(Reuters) – London’s Gatwick and Heathrow airports have ordered military-grade anti-drone defenses worth “several million pounds” after drones caused three days of disruption at Gatwick last month, The Times newspaper reported on Thursday.
Transport Minister Chris Grayling met police, aviation and defense chiefs on Thursday to discuss the issue, the report said. The airports did not immediately comment on the report.
Drone sightings caused chaos at Gatwick, Britain’s second busiest airport, last month, disrupting the travel plans of tens of thousands of people in the run up to Christmas.
The incident revealed a vulnerability that is being scrutinized by security forces and airport operators worldwide.
The military was drafted in to deploy specialist equipment, enabling authorities to reassure the airport that it was safe for planes to take off and land.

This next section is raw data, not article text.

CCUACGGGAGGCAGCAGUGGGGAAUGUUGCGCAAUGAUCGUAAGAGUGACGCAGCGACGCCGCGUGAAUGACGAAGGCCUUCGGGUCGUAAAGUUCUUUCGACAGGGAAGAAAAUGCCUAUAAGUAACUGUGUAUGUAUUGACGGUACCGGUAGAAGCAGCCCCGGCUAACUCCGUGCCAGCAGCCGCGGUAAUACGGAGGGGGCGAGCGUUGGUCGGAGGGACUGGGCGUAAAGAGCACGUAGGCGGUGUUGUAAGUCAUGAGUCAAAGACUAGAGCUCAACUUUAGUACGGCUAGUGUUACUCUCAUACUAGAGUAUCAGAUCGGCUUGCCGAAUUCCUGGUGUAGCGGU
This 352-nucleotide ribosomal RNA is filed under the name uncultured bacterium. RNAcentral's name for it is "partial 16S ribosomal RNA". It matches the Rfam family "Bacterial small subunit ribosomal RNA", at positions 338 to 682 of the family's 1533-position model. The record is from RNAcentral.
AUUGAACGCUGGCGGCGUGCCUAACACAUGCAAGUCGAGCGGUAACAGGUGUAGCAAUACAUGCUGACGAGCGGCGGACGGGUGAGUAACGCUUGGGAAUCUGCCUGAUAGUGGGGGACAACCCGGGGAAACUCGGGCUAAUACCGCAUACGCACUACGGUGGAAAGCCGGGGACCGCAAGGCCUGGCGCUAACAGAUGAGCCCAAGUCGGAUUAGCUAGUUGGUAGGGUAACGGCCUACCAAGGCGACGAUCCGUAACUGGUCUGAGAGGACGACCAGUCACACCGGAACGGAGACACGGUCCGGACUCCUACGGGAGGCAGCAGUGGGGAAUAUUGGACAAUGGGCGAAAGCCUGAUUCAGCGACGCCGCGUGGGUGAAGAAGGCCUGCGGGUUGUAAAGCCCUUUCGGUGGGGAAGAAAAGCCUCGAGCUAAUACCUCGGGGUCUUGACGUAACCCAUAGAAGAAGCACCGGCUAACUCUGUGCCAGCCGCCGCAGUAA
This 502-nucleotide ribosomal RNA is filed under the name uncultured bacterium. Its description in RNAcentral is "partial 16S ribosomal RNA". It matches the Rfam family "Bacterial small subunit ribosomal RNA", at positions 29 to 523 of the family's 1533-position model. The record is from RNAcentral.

The technology included the Israeli-designed Drone Dome system, The Times reported.
Security minister Ben Wallace said last month Britain’s security forces had detection systems that could be deployed throughout the country to combat the threat of drones.
Media reports suggested that the defense ministry had since removed its anti-drone hardware from Gatwick.
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